Archive for the ‘Supply Chain Risk’ Category

Here is an interesting factoid for you: 24% of all the vehicles manufactured right now are built on just ten platforms. What’s more, by the end of the decade that number is expected to grow to 30%. The number comes from an Automotive News article that looks at some of the consequences of the trend (With the push for standard parts, quality is key, Aug 6).

First, why automakers are trying to move in this direction is clear. Being able to build multiple model off one basic platform saves a ton of money in product development as well as tooling and build manufacturing facilities. Further, they benefit from a bit of risk pooling; if one model is not selling particularly well, that may be offset by another that can be built at the same plant. Thus, even if a model slumps, all that expensive capacity is till being used. (See this post from last fall on how Ford is cutting its number of platforms from 15 to 9.) Globalization also plays a part in this. What kinds of vehicles sell well might vary across different continents, but if European, Asian and North American models can all be built on the same platforms, manufacturers with a global footprint can be ever more cost competitive.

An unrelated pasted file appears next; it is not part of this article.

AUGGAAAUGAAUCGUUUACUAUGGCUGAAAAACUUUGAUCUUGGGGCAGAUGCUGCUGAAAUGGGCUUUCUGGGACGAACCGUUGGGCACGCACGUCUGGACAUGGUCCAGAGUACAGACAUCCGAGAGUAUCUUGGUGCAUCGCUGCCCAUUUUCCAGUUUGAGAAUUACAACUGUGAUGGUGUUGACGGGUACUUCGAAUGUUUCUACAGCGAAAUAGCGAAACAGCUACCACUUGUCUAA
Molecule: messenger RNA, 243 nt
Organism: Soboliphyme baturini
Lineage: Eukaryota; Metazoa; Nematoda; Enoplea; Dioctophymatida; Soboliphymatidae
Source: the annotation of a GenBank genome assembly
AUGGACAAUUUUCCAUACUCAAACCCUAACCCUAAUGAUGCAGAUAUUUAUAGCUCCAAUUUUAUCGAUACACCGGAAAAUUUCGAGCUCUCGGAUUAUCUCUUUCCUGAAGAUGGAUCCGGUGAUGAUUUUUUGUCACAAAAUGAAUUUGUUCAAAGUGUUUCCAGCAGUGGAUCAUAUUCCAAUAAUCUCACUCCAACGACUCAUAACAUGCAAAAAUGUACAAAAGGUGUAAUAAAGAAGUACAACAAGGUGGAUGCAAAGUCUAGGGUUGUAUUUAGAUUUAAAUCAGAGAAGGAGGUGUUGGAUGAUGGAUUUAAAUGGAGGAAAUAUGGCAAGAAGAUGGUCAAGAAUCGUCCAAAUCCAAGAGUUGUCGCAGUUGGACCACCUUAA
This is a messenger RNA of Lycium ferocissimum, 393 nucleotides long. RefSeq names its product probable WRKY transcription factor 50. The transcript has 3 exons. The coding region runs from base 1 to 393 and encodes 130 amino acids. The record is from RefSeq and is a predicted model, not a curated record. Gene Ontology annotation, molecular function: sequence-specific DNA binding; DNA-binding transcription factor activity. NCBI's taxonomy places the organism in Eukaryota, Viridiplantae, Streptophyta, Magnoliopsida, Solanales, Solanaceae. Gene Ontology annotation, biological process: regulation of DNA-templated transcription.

But what about suppliers? With purchased components making up a significant chunk of the cost of a vehicle, car makers would like standardization there. In a perfect world, you would have the same break system on every model built on a platform, but that brings challenges.

“The requirement that we face is clearly to develop products from the outset in such a way that they can be used in all the platform derivatives without the expense of making changes,” said Sabine Woytowicz, regional quality director at Valeo in Germany.

But with mass standardization, a part with a quality problem can now be supplied to millions of vehicles. That puts a premium on quality. …

Martin Thier, director of corporate quality management at the Mahle Group, said: “When obtaining an order, we check its feasibility for both product development and manufacturing even more closely.”

It comes down to “knowing precisely what you do, what you can do and how good you are at it.”

For example, he said, there is now a more intense interest in investigating how an inconsequential error in one part would produce an effect in a different component.


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So how many different radiator models does a global car company need? Clearly it needs enough to accommodate different sized engines and cars. A big pick up with an over-sized cylinder eight-engine is going to need something different from a subcompact with an under-sized four-cylinder engine. But does that translate to twenty-something radiator designs or ninety-something?